Single nucleotide polymorphisms (SNPs) are positions at which two alternative bases occur at appreciable frequency (>1%) in a given population, and are the most common type of genetic variation. The site is usually preceded by and followed by highly conserved sequences of the allele (e.g., sequences that vary in less than 1/100) or 1/1000 members of the populations). A single nucleotide polymorphism usually arises due to substitution of one nucleotide for another at the polymorphic site. A transition is the replacement of one purine by another purine or one pyrimidine by another pyrimidine. A transversion is the replacement of a purine by a pyrimidine or vice versa. Single nucleotide polymorphisms can also arise from a deletion of a nucleotide or an insertion of a nucleotide relative to a reference allele.
Single nucleotide polymorphisms may be functional or non-functional. Functional polymorphisms affect gene regulation or protein sequence whereas non-functional polymorphisms do not. Depending on the site of the polymorphism and importance of the change, functional polymorphisms can also cause, or contribute to diseases.
SNPs can occur at different locations of the gene and may affect its function. For instance, polymorphisms in promoter and enhancer regions can affect gene function by modulating transcription, particularly if they are situated at recognition sites for DNA binding proteins. Polymorphisms in the 5′ untranslated region of genes can affect the efficiency with which proteins are translated. Polymorphisms in the protein-coding region of genes can alter the amino acid sequence and thereby alter gene function. Polymorphisms in the 3′ untranslated region of gene can affect gene function by altering the secondary structure of RNA and efficiency of translation or by affecting motifs in the RNA that bind proteins which regulate RNA degradation: Polymorphisms within introns can affect gene function by affecting RNA splicing.
The term genotyping or genotype refers to the determination of the genetic information an individual carries at one or more positions in the genome. For example, genotyping may comprise the determination of which allele or alleles an individual carries for a single SNP or the determination of which allele or alleles an individual carries for a plurality of SNPs. For example, a particular nucleotide in a genome may be an A in some individuals and a C in other individuals. Those individuals who have an A at the position have the A allele and those who have a C have the C allele. In a diploid organism the individual will have two copies of the sequence containing the polymorphic position so the individual may have an A allele and a C allele or alternatively two copies of the A allele or two copies of the C allele. Each allele may be present at a different frequency in a given population, for example 30% of the chromosomes in a population may carry the A allele and 70% the C allele. The frequency of the A allele would be 30% and the frequency of the C allele would be 70% in that population. Those individuals who have two copies of the C allele are homozygous for the C allele and the genotype is CC, those individuals who have two copies of the A allele are homozygous for the A allele and the genotype is AA, and those individuals who have one copy of each allele are heterozygous and the genotype is AC.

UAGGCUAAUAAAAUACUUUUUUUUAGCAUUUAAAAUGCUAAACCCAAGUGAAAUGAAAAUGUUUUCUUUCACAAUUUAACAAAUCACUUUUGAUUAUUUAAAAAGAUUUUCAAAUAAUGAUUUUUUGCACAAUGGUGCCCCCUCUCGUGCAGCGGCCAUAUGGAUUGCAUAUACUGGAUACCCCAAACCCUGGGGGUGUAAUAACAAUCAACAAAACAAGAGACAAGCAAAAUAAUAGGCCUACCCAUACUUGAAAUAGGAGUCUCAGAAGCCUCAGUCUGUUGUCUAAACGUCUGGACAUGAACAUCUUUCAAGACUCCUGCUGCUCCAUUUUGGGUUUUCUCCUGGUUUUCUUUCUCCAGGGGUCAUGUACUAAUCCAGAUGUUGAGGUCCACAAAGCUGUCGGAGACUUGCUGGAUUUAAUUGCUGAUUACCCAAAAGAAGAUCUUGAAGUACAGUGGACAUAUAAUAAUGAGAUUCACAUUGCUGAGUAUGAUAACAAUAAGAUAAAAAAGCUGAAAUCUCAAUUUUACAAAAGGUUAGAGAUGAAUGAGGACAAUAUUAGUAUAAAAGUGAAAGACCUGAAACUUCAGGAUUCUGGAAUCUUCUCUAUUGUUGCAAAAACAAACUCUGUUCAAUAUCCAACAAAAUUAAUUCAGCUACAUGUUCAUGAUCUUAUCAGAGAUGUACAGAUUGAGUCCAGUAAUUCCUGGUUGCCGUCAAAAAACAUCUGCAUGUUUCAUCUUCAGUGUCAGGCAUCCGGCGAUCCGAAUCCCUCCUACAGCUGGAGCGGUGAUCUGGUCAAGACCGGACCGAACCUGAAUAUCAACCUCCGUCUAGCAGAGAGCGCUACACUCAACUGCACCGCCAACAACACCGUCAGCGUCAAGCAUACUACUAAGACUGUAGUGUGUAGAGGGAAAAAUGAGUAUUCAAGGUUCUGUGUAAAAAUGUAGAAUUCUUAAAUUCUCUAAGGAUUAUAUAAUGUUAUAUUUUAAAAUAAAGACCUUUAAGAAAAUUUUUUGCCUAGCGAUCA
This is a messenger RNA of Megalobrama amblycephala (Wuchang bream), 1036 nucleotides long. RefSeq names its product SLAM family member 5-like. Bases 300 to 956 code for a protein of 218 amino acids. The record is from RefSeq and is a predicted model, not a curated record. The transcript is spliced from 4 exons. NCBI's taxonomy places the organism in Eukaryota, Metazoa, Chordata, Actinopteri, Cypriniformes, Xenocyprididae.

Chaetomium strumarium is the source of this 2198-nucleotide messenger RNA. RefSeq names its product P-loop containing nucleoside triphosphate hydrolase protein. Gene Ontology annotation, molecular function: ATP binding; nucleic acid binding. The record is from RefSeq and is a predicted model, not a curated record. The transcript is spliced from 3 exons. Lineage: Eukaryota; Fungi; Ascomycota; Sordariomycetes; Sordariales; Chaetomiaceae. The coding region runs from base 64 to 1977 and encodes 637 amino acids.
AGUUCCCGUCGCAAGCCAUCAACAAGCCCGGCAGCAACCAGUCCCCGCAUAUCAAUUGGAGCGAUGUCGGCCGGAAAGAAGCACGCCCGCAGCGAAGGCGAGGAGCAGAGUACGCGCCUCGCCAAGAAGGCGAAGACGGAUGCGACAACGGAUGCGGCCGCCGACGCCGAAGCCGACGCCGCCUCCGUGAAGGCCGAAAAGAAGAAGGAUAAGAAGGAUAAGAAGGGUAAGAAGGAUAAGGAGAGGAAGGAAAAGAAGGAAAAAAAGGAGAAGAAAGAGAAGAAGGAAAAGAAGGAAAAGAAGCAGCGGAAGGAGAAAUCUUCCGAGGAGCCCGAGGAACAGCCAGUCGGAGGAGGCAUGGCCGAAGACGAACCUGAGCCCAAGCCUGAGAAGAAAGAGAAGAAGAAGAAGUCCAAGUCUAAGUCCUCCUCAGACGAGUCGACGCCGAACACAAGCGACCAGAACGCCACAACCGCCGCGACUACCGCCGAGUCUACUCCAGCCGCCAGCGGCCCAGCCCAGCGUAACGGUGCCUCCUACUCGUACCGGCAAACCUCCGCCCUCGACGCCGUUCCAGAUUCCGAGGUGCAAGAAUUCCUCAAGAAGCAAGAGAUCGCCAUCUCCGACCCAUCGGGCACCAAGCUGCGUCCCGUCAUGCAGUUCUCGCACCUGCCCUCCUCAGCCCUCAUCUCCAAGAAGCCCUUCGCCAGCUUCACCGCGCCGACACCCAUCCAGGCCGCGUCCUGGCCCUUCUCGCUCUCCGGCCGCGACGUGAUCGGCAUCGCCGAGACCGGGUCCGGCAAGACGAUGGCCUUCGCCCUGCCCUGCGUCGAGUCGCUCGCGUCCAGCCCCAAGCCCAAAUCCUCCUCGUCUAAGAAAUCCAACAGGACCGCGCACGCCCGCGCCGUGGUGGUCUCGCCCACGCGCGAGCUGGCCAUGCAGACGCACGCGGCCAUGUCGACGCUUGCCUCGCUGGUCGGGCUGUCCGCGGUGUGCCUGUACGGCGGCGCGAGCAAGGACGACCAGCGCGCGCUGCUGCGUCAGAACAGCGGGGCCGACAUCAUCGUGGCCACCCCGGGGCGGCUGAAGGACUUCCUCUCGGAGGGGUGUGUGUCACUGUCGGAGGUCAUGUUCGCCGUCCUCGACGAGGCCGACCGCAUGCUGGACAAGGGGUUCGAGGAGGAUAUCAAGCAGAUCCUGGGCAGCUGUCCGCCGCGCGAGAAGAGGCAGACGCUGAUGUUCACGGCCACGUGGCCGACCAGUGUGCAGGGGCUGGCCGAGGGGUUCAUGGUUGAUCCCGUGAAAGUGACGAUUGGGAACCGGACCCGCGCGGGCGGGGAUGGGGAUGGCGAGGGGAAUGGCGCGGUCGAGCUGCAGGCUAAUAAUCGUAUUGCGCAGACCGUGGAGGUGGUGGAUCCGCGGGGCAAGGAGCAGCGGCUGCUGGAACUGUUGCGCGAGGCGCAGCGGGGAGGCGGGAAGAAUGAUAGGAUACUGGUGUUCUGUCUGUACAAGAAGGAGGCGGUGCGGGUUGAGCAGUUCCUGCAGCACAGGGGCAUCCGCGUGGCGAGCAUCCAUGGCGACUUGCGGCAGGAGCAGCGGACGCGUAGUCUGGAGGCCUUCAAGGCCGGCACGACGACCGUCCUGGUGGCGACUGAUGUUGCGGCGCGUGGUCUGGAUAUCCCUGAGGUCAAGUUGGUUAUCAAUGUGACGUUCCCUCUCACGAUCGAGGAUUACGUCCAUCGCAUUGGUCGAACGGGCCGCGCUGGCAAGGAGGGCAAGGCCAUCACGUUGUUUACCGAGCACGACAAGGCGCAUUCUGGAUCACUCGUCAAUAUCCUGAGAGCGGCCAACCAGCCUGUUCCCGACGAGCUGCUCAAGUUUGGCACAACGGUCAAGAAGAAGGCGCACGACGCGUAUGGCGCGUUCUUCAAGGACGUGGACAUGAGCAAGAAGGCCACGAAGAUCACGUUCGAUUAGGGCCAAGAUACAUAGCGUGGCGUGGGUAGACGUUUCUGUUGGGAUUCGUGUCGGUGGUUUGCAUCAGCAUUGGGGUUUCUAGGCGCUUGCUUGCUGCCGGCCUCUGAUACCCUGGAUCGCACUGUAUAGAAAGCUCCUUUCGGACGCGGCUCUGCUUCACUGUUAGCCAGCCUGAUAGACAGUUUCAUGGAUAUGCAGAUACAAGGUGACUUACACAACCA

The Example provided herein illustrates the use of genotyping analysis to identify SNPs that can be used to determine whether a bovine subject possesses a genotype associated with horned or polled phenotypes. The SNP alleles associated with horned or polled genotypes (see e.g., Tables 1 and 3) can be determined using extension oligonucleotide primers (SEQ ID NOS:33-48) to identify particular SNPs in a target nucleic acid sequence. In some embodiments, forward oligonucleotide primers (SEQ ID NO:S:1-16) and reverse oligonucleotide primers (SEQ ID NOS:17-32) were used to amplify specific target sequences prior to extension.